Another challenge occurs if a caregiver feels the baby may be in fetal distress. Although studies have indicated that the monitor has a high false positive rate (says the baby is in distress when he is not), the mother who has been told her baby is in distress may be too concerned to remember that it may not be real. If the mother becomes upset, frightened or anxious she runs the risk of starting the fear-tension-pain cycle as well as being unable to be her own advocate. What is most unsettling is that many of the heart rate abnormalities are easily resolved with simple measures such as position changes, which the mother is hindered from doing while attached to the electronic fetal monitor.

Potential Solutions

Choose intermittent monitoring rather than continuous monitoring.

Avoid medications which can cause changes in the heart rate.

If the heart tones are non-reassuring, change position to see if the heart rate changes. You may also have success at resolving abnormal heart tones by interrupting the administration of oxytocin or by using oxygen for a few minutes. Double check the diagnosis with a more accurate monitor or by stimulating the baby’s scalp before having a cesarean.

Things to discuss with your healthcare caregiver:

Since intermittent monitoring gives the same quality of information as continuous monitoring, you may want to discuss whether intermittent monitoring will be safe in your situation. If you expect to use medication for pain or to stimulate labor continuous monitoring may be required for safety.

Having a doula in labor can help you stay calm and focused if fetal distress becomes a concern. A doula can remind you of the high false positive rate for EFM and remind you to ask your caregiver about options for verifying the diagnosis (such as using an internal monitor or stimulating the baby’s scalp). Knowing if it is true fetal distress can help you make informed decisions about how to proceed.

If you wish to avoid the potential negative effects of an EFM you may want to consider your options for giving birth in a birth center or at home.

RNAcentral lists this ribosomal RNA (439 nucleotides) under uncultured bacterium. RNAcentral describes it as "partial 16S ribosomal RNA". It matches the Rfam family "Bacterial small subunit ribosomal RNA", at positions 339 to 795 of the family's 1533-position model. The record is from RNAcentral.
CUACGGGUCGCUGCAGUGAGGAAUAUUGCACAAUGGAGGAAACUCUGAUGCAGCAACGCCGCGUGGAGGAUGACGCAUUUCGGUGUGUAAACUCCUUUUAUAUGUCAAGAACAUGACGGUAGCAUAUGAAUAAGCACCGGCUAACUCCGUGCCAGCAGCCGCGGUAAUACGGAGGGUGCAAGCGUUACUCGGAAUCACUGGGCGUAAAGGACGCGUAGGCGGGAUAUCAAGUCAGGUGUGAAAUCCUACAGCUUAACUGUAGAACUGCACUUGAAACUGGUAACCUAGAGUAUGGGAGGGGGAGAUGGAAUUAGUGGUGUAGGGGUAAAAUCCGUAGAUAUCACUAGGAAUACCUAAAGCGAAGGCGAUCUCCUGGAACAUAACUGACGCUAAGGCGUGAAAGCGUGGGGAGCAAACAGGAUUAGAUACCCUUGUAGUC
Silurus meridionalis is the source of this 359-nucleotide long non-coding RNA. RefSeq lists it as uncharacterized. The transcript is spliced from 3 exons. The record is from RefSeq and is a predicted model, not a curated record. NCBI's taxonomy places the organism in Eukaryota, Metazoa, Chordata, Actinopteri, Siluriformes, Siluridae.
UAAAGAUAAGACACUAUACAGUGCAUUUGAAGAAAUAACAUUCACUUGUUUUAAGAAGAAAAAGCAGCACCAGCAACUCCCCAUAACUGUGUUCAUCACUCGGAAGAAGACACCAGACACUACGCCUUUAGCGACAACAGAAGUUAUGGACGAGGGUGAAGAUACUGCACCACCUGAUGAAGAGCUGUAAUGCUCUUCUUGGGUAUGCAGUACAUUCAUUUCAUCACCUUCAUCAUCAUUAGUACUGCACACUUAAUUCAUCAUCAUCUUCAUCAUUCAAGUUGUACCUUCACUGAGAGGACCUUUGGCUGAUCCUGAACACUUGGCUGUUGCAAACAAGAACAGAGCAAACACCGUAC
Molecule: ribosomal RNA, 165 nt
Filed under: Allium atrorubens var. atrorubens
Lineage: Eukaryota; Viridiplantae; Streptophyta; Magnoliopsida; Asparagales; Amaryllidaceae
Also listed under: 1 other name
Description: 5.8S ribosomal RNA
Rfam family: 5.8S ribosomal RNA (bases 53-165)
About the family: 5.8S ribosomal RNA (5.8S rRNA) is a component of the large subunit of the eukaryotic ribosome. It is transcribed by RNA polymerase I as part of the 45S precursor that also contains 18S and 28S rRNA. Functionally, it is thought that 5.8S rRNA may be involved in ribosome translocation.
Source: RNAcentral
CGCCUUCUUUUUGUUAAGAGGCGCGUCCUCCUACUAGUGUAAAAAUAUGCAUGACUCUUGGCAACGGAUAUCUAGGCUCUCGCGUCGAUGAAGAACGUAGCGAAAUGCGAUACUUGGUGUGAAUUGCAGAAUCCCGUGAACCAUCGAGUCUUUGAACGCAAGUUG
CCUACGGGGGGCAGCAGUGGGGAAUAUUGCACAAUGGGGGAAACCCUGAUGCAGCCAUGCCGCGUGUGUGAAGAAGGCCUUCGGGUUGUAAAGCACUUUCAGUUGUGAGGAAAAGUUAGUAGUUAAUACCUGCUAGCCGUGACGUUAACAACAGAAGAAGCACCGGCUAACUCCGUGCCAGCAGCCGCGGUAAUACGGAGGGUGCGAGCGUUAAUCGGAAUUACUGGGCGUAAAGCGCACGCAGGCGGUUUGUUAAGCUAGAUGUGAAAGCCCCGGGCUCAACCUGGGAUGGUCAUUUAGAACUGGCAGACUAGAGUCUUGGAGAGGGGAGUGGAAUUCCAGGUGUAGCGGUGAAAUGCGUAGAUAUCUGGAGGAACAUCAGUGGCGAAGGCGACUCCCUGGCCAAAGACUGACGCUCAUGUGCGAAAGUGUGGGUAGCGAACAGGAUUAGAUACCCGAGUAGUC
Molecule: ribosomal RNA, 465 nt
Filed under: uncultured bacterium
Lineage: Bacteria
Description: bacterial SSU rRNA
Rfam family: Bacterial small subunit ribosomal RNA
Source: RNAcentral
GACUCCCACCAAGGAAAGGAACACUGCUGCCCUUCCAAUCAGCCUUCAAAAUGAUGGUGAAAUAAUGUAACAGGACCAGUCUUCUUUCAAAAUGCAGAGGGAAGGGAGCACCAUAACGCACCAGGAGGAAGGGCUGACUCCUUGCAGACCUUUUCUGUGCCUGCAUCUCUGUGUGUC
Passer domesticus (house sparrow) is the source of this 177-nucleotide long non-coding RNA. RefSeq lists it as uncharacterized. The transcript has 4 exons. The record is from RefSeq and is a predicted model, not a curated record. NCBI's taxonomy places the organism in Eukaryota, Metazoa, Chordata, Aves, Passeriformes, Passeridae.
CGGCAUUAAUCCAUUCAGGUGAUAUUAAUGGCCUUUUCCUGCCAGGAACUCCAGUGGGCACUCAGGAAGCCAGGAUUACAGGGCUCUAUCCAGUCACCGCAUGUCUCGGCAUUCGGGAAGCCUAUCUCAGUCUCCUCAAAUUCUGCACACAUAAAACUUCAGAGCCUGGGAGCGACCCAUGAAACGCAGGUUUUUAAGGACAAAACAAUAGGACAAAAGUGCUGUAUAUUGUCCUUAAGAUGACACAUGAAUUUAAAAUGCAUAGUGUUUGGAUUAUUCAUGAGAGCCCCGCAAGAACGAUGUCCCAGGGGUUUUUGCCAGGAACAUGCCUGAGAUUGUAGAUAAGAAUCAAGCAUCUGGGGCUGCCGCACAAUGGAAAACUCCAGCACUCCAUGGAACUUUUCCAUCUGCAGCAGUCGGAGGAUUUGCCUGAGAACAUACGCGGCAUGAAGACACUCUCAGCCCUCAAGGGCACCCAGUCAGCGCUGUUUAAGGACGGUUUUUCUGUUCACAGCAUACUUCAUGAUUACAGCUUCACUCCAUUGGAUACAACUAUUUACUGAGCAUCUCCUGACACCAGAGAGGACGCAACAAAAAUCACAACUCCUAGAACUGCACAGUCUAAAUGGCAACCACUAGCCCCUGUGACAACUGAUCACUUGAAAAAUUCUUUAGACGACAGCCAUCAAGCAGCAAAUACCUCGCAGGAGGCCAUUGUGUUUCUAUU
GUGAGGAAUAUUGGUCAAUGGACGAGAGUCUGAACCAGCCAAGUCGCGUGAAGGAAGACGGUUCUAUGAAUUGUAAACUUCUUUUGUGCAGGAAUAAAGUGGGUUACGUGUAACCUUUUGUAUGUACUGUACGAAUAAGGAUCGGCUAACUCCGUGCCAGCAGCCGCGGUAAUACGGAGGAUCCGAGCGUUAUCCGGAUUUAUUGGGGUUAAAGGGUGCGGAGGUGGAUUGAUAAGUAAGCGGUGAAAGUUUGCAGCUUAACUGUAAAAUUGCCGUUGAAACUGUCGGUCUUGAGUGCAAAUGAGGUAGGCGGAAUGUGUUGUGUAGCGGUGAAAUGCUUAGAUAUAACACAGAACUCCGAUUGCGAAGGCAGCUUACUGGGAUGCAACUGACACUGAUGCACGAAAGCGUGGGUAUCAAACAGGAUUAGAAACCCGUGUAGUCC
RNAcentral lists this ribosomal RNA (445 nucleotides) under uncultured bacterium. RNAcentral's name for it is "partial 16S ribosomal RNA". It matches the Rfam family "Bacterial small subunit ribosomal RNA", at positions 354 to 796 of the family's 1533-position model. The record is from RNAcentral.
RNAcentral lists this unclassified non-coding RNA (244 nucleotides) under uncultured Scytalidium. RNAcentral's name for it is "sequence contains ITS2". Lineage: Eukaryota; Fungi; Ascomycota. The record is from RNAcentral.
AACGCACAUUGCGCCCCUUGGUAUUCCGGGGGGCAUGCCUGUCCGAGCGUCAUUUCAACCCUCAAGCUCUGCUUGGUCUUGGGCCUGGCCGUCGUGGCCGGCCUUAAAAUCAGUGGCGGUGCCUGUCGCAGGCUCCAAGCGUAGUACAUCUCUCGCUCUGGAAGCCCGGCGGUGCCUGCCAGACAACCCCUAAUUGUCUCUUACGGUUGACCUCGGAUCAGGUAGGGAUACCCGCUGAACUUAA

If you do use continusous monitoring during labor, be sure to stay as upright and mobile as possible. Most monitor leads will give you two to four feet of space to move around it, so change your position regularly. Alternately, you may want to request the use of a telemetry unit which allows your baby’s heart rate to be monitored without being attached to a wire.

Avoid the use of medications that affect the baby’s heart rate as long as possible.

One further Note:

This information was posted in the July 2003 Newsletter for the American Society of Anesthesiologists:

In 1988, ACOG recommended that the term “fetal distress” be abandoned (Committee Opinion No. 197) and recently voiced its concern about the continued use of the term as an antepartum or intrapartum diagnosis. The ACOG Committee on Obstetric Practice has reaffirmed that the term “fetal distress” is imprecise and nonspecific and has asked that the anesthesiology community be made aware that this term should not be used. The committee has suggested that the term be replaced with “nonreassuring fetal status” followed by a further description of findings (e.g., due to fetal bradycardia, late decelerations, etc.). Of note to anesthesiologists, the ACOG Committee Opinion No. 197 states that “performing a cesarean delivery for a nonreassuring fetal heart rate pattern does not necessarily preclude the use of regional anesthesia.”

ACOG Technical Bulletin Number 132 – September 1989
Fawole B, Hofmeyr GJ. Maternal oxygen administration for fetal distress (Cochrane Review). In: The Cochrane Library, Issue 1, 2004. Chichester, UK: John Wiley & Sons, Ltd.
Leveno KJ, Cunningham FG, Nelson S, et al. A prospective comparison of selective and universal electronic fetal monitoring in 34,995 pregnancies. N Engl J Med 1986:615-9.
Thacker SB, Stroup D, Chang M. Continuous electronic heart rate monitoring for fetal assessment during labor (Cochrane Review). In: The Cochrane Library, Issue 1, 2004. Chichester, UK: John Wiley & Sons, Ltd.

Jennifer (Author)